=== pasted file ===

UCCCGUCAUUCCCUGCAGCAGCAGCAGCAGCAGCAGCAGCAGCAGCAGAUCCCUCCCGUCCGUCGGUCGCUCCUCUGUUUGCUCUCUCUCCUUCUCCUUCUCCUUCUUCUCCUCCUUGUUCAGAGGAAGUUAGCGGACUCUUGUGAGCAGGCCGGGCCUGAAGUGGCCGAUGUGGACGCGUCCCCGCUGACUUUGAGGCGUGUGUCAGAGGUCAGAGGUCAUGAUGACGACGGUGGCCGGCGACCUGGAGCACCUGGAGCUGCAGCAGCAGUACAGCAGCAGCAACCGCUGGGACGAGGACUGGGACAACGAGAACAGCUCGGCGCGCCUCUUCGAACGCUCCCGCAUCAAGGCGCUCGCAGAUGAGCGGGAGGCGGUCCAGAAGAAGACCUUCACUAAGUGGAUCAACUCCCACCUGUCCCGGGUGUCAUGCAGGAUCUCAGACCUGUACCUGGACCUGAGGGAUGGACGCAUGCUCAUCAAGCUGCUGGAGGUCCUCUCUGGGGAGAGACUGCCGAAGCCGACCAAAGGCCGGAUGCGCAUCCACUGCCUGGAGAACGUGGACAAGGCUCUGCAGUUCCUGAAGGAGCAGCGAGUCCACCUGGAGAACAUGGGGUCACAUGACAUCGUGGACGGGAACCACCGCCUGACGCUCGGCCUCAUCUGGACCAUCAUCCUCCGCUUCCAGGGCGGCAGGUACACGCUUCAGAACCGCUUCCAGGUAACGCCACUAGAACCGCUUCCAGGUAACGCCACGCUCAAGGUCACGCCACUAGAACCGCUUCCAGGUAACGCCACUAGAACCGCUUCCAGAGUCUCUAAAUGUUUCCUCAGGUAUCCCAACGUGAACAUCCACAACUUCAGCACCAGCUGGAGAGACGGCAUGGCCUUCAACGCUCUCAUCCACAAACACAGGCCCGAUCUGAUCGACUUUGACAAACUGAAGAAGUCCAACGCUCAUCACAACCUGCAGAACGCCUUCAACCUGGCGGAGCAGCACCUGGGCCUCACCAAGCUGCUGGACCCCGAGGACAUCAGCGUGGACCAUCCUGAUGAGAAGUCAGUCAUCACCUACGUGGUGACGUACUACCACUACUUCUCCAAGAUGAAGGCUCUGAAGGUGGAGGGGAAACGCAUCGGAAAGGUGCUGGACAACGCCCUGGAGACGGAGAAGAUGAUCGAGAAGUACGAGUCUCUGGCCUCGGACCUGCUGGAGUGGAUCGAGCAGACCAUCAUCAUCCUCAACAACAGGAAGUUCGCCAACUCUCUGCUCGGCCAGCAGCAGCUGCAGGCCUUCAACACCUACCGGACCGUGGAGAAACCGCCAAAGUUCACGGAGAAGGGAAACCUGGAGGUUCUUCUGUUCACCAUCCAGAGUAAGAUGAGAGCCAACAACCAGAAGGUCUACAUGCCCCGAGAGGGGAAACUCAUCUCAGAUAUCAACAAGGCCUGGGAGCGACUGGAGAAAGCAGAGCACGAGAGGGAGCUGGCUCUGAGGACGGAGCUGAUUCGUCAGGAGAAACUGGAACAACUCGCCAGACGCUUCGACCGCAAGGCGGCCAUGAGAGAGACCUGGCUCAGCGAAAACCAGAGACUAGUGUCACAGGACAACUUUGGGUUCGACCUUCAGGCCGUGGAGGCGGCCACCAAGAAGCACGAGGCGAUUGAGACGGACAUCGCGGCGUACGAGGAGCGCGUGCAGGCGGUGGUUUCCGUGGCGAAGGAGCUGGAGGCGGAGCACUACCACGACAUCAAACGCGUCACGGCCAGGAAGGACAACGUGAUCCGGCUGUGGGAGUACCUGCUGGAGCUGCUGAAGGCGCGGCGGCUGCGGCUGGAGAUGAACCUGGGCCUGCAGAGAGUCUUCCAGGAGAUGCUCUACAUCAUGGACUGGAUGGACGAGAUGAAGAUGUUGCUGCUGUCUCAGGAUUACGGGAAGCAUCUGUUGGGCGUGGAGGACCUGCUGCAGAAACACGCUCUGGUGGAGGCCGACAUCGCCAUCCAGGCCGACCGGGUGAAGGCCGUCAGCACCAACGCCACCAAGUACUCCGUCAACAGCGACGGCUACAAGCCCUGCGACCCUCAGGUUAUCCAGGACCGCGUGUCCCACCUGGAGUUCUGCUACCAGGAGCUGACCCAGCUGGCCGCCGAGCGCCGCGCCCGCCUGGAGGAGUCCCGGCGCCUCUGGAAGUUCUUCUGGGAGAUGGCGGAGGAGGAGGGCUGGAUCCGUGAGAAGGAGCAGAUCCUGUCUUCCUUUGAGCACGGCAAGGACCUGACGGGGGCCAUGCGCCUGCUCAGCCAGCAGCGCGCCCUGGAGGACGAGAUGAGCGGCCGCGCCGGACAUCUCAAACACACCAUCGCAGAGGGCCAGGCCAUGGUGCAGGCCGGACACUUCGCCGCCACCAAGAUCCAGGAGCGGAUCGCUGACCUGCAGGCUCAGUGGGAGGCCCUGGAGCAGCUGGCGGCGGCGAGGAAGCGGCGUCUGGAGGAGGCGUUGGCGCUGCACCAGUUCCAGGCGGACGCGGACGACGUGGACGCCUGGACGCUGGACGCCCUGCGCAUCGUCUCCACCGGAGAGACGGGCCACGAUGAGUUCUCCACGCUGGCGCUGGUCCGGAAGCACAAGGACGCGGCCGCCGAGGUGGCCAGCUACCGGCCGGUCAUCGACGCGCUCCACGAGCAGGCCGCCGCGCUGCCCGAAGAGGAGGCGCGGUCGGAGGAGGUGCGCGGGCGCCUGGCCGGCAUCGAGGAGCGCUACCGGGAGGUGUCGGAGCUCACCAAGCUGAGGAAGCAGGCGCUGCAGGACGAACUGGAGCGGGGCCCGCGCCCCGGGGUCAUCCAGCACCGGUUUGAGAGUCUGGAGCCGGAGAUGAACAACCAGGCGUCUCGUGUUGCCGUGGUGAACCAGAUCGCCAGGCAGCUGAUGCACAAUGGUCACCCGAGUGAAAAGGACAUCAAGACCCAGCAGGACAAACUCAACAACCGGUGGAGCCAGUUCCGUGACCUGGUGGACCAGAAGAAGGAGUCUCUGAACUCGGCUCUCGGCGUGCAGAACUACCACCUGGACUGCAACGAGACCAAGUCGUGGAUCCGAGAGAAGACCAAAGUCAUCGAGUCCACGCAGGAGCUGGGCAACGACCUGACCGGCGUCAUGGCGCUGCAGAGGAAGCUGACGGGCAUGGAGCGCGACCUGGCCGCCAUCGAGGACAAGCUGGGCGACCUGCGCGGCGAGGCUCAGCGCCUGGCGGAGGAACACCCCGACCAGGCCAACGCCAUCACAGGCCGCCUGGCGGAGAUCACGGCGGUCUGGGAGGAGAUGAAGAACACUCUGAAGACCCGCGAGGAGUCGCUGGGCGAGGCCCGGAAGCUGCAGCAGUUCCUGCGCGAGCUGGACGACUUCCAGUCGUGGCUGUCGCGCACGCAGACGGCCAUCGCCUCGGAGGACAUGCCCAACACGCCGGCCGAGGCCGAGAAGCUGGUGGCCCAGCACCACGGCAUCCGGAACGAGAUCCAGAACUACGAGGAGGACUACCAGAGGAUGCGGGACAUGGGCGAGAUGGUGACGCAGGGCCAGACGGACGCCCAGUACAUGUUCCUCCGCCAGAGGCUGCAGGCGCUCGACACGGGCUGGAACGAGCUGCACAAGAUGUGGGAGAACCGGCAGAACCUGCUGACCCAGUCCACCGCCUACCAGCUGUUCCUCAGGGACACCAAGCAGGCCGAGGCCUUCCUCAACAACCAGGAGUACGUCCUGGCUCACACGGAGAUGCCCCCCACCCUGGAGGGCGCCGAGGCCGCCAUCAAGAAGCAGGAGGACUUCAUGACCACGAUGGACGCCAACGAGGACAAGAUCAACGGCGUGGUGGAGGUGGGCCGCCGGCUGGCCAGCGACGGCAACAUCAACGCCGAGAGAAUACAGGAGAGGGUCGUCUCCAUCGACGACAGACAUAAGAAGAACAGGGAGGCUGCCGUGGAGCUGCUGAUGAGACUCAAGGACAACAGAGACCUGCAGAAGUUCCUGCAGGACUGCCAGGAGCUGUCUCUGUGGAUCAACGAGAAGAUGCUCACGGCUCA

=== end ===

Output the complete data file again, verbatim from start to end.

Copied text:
UCCCGUCAUUCCCUGCAGCAGCAGCAGCAGCAGCAGCAGCAGCAGCAGAUCCCUCCCGUCCGUCGGUCGCUCCUCUGUUUGCUCUCUCUCCUUCUCCUUCUCCUUCUUCUCCUCCUUGUUCAGAGGAAGUUAGCGGACUCUUGUGAGCAGGCCGGGCCUGAAGUGGCCGAUGUGGACGCGUCCCCGCUGACUUUGAGGCGUGUGUCAGAGGUCAGAGGUCAUGAUGACGACGGUGGCCGGCGACCUGGAGCACCUGGAGCUGCAGCAGCAGUACAGCAGCAGCAACCGCUGGGACGAGGACUGGGACAACGAGAACAGCUCGGCGCGCCUCUUCGAACGCUCCCGCAUCAAGGCGCUCGCAGAUGAGCGGGAGGCGGUCCAGAAGAAGACCUUCACUAAGUGGAUCAACUCCCACCUGUCCCGGGUGUCAUGCAGGAUCUCAGACCUGUACCUGGACCUGAGGGAUGGACGCAUGCUCAUCAAGCUGCUGGAGGUCCUCUCUGGGGAGAGACUGCCGAAGCCGACCAAAGGCCGGAUGCGCAUCCACUGCCUGGAGAACGUGGACAAGGCUCUGCAGUUCCUGAAGGAGCAGCGAGUCCACCUGGAGAACAUGGGGUCACAUGACAUCGUGGACGGGAACCACCGCCUGACGCUCGGCCUCAUCUGGACCAUCAUCCUCCGCUUCCAGGGCGGCAGGUACACGCUUCAGAACCGCUUCCAGGUAACGCCACUAGAACCGCUUCCAGGUAACGCCACGCUCAAGGUCACGCCACUAGAACCGCUUCCAGGUAACGCCACUAGAACCGCUUCCAGAGUCUCUAAAUGUUUCCUCAGGUAUCCCAACGUGAACAUCCACAACUUCAGCACCAGCUGGAGAGACGGCAUGGCCUUCAACGCUCUCAUCCACAAACACAGGCCCGAUCUGAUCGACUUUGACAAACUGAAGAAGUCCAACGCUCAUCACAACCUGCAGAACGCCUUCAACCUGGCGGAGCAGCACCUGGGCCUCACCAAGCUGCUGGACCCCGAGGACAUCAGCGUGGACCAUCCUGAUGAGAAGUCAGUCAUCACCUACGUGGUGACGUACUACCACUACUUCUCCAAGAUGAAGGCUCUGAAGGUGGAGGGGAAACGCAUCGGAAAGGUGCUGGACAACGCCCUGGAGACGGAGAAGAUGAUCGAGAAGUACGAGUCUCUGGCCUCGGACCUGCUGGAGUGGAUCGAGCAGACCAUCAUCAUCCUCAACAACAGGAAGUUCGCCAACUCUCUGCUCGGCCAGCAGCAGCUGCAGGCCUUCAACACCUACCGGACCGUGGAGAAACCGCCAAAGUUCACGGAGAAGGGAAACCUGGAGGUUCUUCUGUUCACCAUCCAGAGUAAGAUGAGAGCCAACAACCAGAAGGUCUACAUGCCCCGAGAGGGGAAACUCAUCUCAGAUAUCAACAAGGCCUGGGAGCGACUGGAGAAAGCAGAGCACGAGAGGGAGCUGGCUCUGAGGACGGAGCUGAUUCGUCAGGAGAAACUGGAACAACUCGCCAGACGCUUCGACCGCAAGGCGGCCAUGAGAGAGACCUGGCUCAGCGAAAACCAGAGACUAGUGUCACAGGACAACUUUGGGUUCGACCUUCAGGCCGUGGAGGCGGCCACCAAGAAGCACGAGGCGAUUGAGACGGACAUCGCGGCGUACGAGGAGCGCGUGCAGGCGGUGGUUUCCGUGGCGAAGGAGCUGGAGGCGGAGCACUACCACGACAUCAAACGCGUCACGGCCAGGAAGGACAACGUGAUCCGGCUGUGGGAGUACCUGCUGGAGCUGCUGAAGGCGCGGCGGCUGCGGCUGGAGAUGAACCUGGGCCUGCAGAGAGUCUUCCAGGAGAUGCUCUACAUCAUGGACUGGAUGGACGAGAUGAAGAUGUUGCUGCUGUCUCAGGAUUACGGGAAGCAUCUGUUGGGCGUGGAGGACCUGCUGCAGAAACACGCUCUGGUGGAGGCCGACAUCGCCAUCCAGGCCGACCGGGUGAAGGCCGUCAGCACCAACGCCACCAAGUACUCCGUCAACAGCGACGGCUACAAGCCCUGCGACCCUCAGGUUAUCCAGGACCGCGUGUCCCACCUGGAGUUCUGCUACCAGGAGCUGACCCAGCUGGCCGCCGAGCGCCGCGCCCGCCUGGAGGAGUCCCGGCGCCUCUGGAAGUUCUUCUGGGAGAUGGCGGAGGAGGAGGGCUGGAUCCGUGAGAAGGAGCAGAUCCUGUCUUCCUUUGAGCACGGCAAGGACCUGACGGGGGCCAUGCGCCUGCUCAGCCAGCAGCGCGCCCUGGAGGACGAGAUGAGCGGCCGCGCCGGACAUCUCAAACACACCAUCGCAGAGGGCCAGGCCAUGGUGCAGGCCGGACACUUCGCCGCCACCAAGAUCCAGGAGCGGAUCGCUGACCUGCAGGCUCAGUGGGAGGCCCUGGAGCAGCUGGCGGCGGCGAGGAAGCGGCGUCUGGAGGAGGCGUUGGCGCUGCACCAGUUCCAGGCGGACGCGGACGACGUGGACGCCUGGACGCUGGACGCCCUGCGCAUCGUCUCCACCGGAGAGACGGGCCACGAUGAGUUCUCCACGCUGGCGCUGGUCCGGAAGCACAAGGACGCGGCCGCCGAGGUGGCCAGCUACCGGCCGGUCAUCGACGCGCUCCACGAGCAGGCCGCCGCGCUGCCCGAAGAGGAGGCGCGGUCGGAGGAGGUGCGCGGGCGCCUGGCCGGCAUCGAGGAGCGCUACCGGGAGGUGUCGGAGCUCACCAAGCUGAGGAAGCAGGCGCUGCAGGACGAACUGGAGCGGGGCCCGCGCCCCGGGGUCAUCCAGCACCGGUUUGAGAGUCUGGAGCCGGAGAUGAACAACCAGGCGUCUCGUGUUGCCGUGGUGAACCAGAUCGCCAGGCAGCUGAUGCACAAUGGUCACCCGAGUGAAAAGGACAUCAAGACCCAGCAGGACAAACUCAACAACCGGUGGAGCCAGUUCCGUGACCUGGUGGACCAGAAGAAGGAGUCUCUGAACUCGGCUCUCGGCGUGCAGAACUACCACCUGGACUGCAACGAGACCAAGUCGUGGAUCCGAGAGAAGACCAAAGUCAUCGAGUCCACGCAGGAGCUGGGCAACGACCUGACCGGCGUCAUGGCGCUGCAGAGGAAGCUGACGGGCAUGGAGCGCGACCUGGCCGCCAUCGAGGACAAGCUGGGCGACCUGCGCGGCGAGGCUCAGCGCCUGGCGGAGGAACACCCCGACCAGGCCAACGCCAUCACAGGCCGCCUGGCGGAGAUCACGGCGGUCUGGGAGGAGAUGAAGAACACUCUGAAGACCCGCGAGGAGUCGCUGGGCGAGGCCCGGAAGCUGCAGCAGUUCCUGCGCGAGCUGGACGACUUCCAGUCGUGGCUGUCGCGCACGCAGACGGCCAUCGCCUCGGAGGACAUGCCCAACACGCCGGCCGAGGCCGAGAAGCUGGUGGCCCAGCACCACGGCAUCCGGAACGAGAUCCAGAACUACGAGGAGGACUACCAGAGGAUGCGGGACAUGGGCGAGAUGGUGACGCAGGGCCAGACGGACGCCCAGUACAUGUUCCUCCGCCAGAGGCUGCAGGCGCUCGACACGGGCUGGAACGAGCUGCACAAGAUGUGGGAGAACCGGCAGAACCUGCUGACCCAGUCCACCGCCUACCAGCUGUUCCUCAGGGACACCAAGCAGGCCGAGGCCUUCCUCAACAACCAGGAGUACGUCCUGGCUCACACGGAGAUGCCCCCCACCCUGGAGGGCGCCGAGGCCGCCAUCAAGAAGCAGGAGGACUUCAUGACCACGAUGGACGCCAACGAGGACAAGAUCAACGGCGUGGUGGAGGUGGGCCGCCGGCUGGCCAGCGACGGCAACAUCAACGCCGAGAGAAUACAGGAGAGGGUCGUCUCCAUCGACGACAGACAUAAGAAGAACAGGGAGGCUGCCGUGGAGCUGCUGAUGAGACUCAAGGACAACAGAGACCUGCAGAAGUUCCUGCAGGACUGCCAGGAGCUGUCUCUGUGGAUCAACGAGAAGAUGCUCACGGCUCA